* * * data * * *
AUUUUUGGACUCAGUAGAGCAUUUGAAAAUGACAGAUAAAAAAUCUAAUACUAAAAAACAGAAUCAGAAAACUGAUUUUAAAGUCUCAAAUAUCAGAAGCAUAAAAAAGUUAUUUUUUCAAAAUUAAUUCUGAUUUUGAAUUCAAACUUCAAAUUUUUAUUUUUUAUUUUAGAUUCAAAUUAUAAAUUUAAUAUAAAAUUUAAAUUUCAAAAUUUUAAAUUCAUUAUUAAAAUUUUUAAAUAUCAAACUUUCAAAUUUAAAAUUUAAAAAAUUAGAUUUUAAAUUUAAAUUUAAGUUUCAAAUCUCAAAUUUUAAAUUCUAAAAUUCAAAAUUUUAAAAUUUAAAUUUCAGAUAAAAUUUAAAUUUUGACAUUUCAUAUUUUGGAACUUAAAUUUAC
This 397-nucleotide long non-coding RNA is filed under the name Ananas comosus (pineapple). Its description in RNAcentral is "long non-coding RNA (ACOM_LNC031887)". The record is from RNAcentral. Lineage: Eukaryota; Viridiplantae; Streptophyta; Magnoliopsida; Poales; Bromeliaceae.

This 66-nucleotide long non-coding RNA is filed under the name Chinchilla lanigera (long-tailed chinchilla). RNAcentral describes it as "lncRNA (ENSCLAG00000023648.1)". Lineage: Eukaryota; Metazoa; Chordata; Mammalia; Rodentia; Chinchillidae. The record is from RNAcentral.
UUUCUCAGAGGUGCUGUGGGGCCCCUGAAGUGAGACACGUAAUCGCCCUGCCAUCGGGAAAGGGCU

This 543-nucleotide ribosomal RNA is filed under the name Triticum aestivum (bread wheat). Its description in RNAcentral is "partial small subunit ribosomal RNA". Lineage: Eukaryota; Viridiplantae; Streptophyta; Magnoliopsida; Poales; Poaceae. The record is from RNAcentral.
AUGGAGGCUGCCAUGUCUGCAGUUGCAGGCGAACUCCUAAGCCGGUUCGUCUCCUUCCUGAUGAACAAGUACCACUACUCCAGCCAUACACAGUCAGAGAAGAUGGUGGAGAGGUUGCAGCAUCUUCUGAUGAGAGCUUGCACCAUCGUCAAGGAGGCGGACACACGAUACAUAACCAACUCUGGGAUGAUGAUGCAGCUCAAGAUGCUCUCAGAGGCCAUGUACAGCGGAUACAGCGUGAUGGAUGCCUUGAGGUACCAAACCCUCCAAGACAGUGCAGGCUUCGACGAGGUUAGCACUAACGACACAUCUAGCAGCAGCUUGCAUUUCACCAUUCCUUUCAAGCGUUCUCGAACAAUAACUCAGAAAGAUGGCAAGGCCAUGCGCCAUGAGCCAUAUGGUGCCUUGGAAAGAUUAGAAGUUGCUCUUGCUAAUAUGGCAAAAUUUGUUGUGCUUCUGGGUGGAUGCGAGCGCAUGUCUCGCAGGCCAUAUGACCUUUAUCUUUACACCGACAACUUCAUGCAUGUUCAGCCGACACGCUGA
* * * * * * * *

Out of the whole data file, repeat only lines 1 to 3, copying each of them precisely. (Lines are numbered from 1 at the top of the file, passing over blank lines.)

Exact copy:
AUUUUUGGACUCAGUAGAGCAUUUGAAAAUGACAGAUAAAAAAUCUAAUACUAAAAAACAGAAUCAGAAAACUGAUUUUAAAGUCUCAAAUAUCAGAAGCAUAAAAAAGUUAUUUUUUCAAAAUUAAUUCUGAUUUUGAAUUCAAACUUCAAAUUUUUAUUUUUUAUUUUAGAUUCAAAUUAUAAAUUUAAUAUAAAAUUUAAAUUUCAAAAUUUUAAAUUCAUUAUUAAAAUUUUUAAAUAUCAAACUUUCAAAUUUAAAAUUUAAAAAAUUAGAUUUUAAAUUUAAAUUUAAGUUUCAAAUCUCAAAUUUUAAAUUCUAAAAUUCAAAAUUUUAAAAUUUAAAUUUCAGAUAAAAUUUAAAUUUUGACAUUUCAUAUUUUGGAACUUAAAUUUAC
This 397-nucleotide long non-coding RNA is filed under the name Ananas comosus (pineapple). Its description in RNAcentral is "long non-coding RNA (ACOM_LNC031887)". The record is from RNAcentral. Lineage: Eukaryota; Viridiplantae; Streptophyta; Magnoliopsida; Poales; Bromeliaceae.

This 66-nucleotide long non-coding RNA is filed under the name Chinchilla lanigera (long-tailed chinchilla). RNAcentral describes it as "lncRNA (ENSCLAG00000023648.1)". Lineage: Eukaryota; Metazoa; Chordata; Mammalia; Rodentia; Chinchillidae. The record is from RNAcentral.